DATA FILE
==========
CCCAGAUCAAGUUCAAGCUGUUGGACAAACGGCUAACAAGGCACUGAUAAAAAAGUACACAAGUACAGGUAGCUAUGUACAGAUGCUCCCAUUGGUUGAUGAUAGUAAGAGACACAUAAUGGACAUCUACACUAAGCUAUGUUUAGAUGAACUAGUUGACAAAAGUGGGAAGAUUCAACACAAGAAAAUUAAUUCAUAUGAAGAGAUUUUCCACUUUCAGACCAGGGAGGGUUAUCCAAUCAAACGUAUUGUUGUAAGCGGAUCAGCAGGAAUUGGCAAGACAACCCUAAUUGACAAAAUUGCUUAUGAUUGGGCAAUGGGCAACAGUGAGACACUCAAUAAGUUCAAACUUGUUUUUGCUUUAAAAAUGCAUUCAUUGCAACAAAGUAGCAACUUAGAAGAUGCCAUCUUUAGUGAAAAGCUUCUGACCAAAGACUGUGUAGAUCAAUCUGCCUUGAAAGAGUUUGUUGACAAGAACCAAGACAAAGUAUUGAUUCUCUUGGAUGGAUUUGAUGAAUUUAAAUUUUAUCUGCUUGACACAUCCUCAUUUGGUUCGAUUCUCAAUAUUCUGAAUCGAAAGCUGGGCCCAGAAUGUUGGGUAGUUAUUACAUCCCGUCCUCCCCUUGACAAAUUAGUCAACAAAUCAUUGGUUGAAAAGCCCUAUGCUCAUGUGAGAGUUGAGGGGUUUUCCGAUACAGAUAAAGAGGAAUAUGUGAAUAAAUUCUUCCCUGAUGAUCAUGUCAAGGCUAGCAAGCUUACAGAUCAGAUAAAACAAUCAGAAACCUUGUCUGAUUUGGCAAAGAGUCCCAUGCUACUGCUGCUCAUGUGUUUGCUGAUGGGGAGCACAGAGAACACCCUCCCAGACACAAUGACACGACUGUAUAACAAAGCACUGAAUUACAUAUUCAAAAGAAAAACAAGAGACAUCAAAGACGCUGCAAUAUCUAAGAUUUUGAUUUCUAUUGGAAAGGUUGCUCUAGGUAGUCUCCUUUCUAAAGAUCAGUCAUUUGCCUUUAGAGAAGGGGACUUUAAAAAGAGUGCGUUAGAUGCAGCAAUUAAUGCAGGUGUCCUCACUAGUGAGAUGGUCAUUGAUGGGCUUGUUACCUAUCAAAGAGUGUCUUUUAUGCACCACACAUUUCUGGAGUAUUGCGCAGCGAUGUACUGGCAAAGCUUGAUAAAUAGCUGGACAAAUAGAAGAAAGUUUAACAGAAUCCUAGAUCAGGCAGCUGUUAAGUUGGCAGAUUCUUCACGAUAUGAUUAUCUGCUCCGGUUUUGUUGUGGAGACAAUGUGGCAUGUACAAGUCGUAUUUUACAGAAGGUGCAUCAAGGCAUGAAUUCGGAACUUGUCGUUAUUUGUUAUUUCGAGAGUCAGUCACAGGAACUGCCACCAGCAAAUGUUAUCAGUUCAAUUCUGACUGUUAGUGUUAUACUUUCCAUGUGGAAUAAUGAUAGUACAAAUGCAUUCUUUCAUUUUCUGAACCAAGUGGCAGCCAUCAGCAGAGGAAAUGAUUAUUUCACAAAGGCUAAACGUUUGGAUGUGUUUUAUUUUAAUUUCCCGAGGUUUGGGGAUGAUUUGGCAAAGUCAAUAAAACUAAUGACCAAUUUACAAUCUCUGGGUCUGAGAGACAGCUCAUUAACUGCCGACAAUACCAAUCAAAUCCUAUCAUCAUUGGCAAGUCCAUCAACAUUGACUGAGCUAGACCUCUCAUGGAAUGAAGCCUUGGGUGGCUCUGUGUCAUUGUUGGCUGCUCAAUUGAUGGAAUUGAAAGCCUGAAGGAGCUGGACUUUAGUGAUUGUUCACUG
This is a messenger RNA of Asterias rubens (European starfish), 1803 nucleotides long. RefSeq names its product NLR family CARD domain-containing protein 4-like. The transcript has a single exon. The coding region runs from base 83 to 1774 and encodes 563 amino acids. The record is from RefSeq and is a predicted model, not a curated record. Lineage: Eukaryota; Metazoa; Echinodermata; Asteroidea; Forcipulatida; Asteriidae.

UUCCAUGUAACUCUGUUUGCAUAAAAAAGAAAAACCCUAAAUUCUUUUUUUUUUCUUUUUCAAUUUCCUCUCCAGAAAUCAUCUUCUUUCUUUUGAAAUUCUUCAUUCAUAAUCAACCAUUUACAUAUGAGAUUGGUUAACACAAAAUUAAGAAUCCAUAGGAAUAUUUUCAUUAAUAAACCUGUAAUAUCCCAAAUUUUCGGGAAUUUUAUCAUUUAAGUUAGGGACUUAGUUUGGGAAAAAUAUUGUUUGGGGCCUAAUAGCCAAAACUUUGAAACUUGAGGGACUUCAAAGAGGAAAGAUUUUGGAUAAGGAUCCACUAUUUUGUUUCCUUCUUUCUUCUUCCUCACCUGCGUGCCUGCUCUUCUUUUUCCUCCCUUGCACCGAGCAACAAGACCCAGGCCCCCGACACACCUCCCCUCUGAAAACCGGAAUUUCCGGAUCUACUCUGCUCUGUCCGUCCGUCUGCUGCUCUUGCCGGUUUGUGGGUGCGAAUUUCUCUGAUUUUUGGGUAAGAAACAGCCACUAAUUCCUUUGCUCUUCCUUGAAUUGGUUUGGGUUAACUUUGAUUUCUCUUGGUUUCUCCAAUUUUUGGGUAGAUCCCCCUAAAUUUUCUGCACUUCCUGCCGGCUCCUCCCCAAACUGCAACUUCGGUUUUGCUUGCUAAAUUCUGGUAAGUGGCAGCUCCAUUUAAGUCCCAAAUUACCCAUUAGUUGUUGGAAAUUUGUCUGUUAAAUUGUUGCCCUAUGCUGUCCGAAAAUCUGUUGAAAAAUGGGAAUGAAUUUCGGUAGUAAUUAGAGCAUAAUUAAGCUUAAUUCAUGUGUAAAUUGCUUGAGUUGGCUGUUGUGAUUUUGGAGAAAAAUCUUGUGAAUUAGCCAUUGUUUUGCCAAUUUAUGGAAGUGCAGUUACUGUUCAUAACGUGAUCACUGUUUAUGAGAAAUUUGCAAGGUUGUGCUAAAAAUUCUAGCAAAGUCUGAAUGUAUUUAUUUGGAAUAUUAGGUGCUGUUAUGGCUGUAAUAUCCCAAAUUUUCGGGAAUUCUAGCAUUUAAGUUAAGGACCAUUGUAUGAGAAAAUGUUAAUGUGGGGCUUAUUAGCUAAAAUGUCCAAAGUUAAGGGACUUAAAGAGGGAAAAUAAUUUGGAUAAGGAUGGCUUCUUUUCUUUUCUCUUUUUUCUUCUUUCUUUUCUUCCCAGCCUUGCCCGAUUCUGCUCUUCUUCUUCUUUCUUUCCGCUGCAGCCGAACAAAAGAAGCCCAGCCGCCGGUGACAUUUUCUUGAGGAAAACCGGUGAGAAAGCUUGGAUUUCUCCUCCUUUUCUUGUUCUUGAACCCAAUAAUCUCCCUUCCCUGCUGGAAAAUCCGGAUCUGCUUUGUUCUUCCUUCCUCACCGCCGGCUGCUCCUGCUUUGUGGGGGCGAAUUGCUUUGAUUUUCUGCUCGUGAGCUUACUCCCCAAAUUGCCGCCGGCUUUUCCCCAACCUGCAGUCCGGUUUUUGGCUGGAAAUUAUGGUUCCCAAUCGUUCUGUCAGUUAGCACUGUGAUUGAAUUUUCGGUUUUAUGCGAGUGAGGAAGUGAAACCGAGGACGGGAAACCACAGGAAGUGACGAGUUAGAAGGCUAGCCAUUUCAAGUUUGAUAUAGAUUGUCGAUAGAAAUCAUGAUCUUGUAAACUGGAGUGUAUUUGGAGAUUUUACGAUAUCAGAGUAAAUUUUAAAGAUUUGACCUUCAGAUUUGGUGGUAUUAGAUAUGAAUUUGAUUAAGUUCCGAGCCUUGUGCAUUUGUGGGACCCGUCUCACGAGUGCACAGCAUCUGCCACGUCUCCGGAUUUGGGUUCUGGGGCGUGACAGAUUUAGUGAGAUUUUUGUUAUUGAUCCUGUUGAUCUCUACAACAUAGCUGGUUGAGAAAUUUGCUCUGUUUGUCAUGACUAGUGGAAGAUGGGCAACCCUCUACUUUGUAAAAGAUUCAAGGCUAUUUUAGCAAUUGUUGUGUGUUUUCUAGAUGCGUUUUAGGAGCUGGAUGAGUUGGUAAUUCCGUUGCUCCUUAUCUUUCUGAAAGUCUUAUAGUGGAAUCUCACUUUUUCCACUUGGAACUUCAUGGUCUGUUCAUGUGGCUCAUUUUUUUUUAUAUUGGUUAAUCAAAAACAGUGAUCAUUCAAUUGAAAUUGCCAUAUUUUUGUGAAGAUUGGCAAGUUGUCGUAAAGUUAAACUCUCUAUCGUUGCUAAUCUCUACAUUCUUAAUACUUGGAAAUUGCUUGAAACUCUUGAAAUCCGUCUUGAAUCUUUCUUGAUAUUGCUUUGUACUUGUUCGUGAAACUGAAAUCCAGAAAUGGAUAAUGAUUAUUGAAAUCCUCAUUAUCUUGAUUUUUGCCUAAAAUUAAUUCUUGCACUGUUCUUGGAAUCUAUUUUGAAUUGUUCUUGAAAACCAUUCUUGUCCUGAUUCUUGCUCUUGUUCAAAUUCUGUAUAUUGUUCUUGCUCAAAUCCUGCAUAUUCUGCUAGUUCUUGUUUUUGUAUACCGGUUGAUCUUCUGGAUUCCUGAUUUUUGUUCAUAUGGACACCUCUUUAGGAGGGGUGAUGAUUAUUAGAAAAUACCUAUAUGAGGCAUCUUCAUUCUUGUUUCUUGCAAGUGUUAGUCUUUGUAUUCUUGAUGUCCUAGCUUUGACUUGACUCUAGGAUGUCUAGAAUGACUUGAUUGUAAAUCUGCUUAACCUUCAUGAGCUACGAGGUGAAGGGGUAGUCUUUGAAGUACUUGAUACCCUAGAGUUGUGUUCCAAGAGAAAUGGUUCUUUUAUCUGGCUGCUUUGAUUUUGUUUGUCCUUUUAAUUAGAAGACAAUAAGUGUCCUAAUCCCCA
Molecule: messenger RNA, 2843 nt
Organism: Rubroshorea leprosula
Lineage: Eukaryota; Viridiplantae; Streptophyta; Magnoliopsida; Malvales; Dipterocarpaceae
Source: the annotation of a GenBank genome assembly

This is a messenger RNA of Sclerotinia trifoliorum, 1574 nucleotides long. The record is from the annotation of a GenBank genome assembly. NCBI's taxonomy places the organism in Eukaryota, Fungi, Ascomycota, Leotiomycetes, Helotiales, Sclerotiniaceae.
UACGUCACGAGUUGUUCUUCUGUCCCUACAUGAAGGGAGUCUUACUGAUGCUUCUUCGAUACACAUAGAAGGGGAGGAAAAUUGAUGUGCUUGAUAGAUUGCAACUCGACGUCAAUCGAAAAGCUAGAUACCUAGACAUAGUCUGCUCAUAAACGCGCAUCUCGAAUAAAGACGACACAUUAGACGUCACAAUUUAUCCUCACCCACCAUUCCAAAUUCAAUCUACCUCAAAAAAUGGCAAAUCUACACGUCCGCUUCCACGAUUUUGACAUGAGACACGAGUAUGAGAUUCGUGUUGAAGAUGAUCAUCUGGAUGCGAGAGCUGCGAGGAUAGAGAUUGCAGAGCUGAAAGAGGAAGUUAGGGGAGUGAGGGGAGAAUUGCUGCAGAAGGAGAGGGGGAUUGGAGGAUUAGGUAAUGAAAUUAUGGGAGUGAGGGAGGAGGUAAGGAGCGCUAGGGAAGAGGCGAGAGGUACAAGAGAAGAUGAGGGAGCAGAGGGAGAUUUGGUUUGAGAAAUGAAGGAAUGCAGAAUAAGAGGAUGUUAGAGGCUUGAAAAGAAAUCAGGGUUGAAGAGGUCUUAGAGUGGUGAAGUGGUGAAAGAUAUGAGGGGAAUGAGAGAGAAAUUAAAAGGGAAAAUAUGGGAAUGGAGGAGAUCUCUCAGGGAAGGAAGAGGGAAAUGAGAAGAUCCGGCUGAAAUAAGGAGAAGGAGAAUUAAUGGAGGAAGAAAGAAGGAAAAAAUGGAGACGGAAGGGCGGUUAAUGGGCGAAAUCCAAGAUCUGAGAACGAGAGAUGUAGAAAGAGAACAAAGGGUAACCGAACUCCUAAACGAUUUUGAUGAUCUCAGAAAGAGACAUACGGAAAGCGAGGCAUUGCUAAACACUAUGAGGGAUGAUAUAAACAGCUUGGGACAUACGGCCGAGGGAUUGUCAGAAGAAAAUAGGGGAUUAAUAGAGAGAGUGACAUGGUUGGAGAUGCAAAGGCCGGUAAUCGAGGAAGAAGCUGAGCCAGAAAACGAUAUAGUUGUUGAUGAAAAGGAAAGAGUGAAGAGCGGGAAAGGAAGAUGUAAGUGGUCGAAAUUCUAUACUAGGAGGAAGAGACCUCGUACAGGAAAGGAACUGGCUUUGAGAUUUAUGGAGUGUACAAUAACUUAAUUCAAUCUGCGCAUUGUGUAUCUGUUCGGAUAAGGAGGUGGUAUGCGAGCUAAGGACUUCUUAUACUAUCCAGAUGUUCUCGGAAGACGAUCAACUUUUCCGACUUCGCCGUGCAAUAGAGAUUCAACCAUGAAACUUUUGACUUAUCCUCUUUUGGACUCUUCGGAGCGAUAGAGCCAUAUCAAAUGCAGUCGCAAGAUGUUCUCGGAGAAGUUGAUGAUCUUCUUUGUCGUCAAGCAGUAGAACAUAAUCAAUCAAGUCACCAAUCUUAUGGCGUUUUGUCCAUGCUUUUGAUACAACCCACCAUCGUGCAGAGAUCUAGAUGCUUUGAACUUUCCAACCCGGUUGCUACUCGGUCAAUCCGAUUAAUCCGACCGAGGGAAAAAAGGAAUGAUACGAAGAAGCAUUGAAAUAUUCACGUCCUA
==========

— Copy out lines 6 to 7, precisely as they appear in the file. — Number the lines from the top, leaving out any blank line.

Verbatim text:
Lineage: Eukaryota; Viridiplantae; Streptophyta; Magnoliopsida; Malvales; Dipterocarpaceae
Source: the annotation of a GenBank genome assembly